Timing of gluten introduction has been associated with the risk of celiac disease (CD) in children, but the optimal time window is unknown. We aimed to study the effect of age of gluten introduction on the risk of CD, adjusting for continued breastfeeding.
In The Norwegian Mother and Child Cohort Study, a prospective birth cohort including 107?000 children, CD was identified by questionnaires and by linkage to the Norwegian Patient Register. Gluten introduction was reported monthly from 0 to 6 months of age, and breastfeeding from 0 to 18 months.
After exclusion of cases with insufficient information, 324 children with CD in a cohort of 82?167 were used in the analyses. Gluten was introduced before or at 4 months in 8.0%, 5 to 6 months in 45.3%, and after 6 months in 46.6%, whereas continued breastfeeding was stable at ~78% at 6 months age. CD was diagnosed in 3.68/1000 of the infants with gluten introduction at 5 to 6 months compared with 4.15/1000 with late and 4.24/1000 with early gluten introduction. After adjustment for the child’s age and gender, breastfeeding, and maternal CD, delayed gluten introduction was associated with an increased risk of CD (adjusted odds ratio, 1.27 [95% confidence interval, 1.01–1.65], P = .045). Breastfeeding >12 months was also associated with increased risk (adjusted odds ratio, 1.49 [95% confidence interval, 1.01–2.21], P = .046).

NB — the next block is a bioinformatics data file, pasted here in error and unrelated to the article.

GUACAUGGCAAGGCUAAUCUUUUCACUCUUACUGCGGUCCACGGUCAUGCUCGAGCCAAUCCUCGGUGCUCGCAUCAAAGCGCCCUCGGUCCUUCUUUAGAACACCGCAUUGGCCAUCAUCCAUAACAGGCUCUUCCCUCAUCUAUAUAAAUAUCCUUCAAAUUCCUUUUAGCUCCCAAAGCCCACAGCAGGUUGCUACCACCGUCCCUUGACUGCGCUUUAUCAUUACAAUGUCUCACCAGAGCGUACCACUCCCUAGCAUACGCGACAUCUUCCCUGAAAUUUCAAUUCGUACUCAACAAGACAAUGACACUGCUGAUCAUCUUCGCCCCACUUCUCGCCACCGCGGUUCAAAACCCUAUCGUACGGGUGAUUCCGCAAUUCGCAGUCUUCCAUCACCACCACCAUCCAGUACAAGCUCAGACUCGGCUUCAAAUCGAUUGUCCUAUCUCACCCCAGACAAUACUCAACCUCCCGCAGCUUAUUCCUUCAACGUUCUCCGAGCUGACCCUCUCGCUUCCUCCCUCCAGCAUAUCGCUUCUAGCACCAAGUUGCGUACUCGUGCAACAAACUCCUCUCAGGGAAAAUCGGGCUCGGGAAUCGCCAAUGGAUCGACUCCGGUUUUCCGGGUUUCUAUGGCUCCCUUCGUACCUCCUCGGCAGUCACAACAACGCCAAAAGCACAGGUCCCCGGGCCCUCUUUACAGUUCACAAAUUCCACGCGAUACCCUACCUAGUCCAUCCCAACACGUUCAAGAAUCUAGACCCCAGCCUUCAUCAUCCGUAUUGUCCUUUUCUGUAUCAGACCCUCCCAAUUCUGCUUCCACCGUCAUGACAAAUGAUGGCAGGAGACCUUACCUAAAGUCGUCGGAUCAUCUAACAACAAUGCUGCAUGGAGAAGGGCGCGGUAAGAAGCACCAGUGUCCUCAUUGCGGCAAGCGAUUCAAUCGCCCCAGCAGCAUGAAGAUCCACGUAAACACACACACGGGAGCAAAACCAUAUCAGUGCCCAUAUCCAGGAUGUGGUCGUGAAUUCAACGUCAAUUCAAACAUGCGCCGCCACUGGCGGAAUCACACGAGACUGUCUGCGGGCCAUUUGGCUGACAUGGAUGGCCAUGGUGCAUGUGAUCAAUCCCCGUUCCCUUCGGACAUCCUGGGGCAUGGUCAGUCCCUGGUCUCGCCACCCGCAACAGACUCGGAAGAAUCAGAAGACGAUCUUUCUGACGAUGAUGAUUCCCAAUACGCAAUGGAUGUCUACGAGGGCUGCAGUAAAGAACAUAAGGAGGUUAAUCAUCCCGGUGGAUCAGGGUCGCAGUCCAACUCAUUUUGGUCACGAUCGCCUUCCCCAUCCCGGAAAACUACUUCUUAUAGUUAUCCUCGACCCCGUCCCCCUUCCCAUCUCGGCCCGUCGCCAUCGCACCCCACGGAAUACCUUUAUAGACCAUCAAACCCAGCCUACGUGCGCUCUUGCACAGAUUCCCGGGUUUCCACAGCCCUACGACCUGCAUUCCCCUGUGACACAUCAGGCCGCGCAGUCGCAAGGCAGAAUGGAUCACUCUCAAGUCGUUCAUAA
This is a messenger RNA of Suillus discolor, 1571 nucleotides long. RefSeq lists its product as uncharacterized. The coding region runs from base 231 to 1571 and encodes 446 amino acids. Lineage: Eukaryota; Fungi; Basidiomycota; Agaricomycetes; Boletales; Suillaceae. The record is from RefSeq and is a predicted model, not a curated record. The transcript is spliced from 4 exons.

We found an increased risk of CD in children introduced to gluten after 6 months and a higher risk in children breastfed after 12 months age.
Authors: Ketil Størdal, MD, PhD, Richard A. White, PhD, and Merete Eggesbø, MD, PhD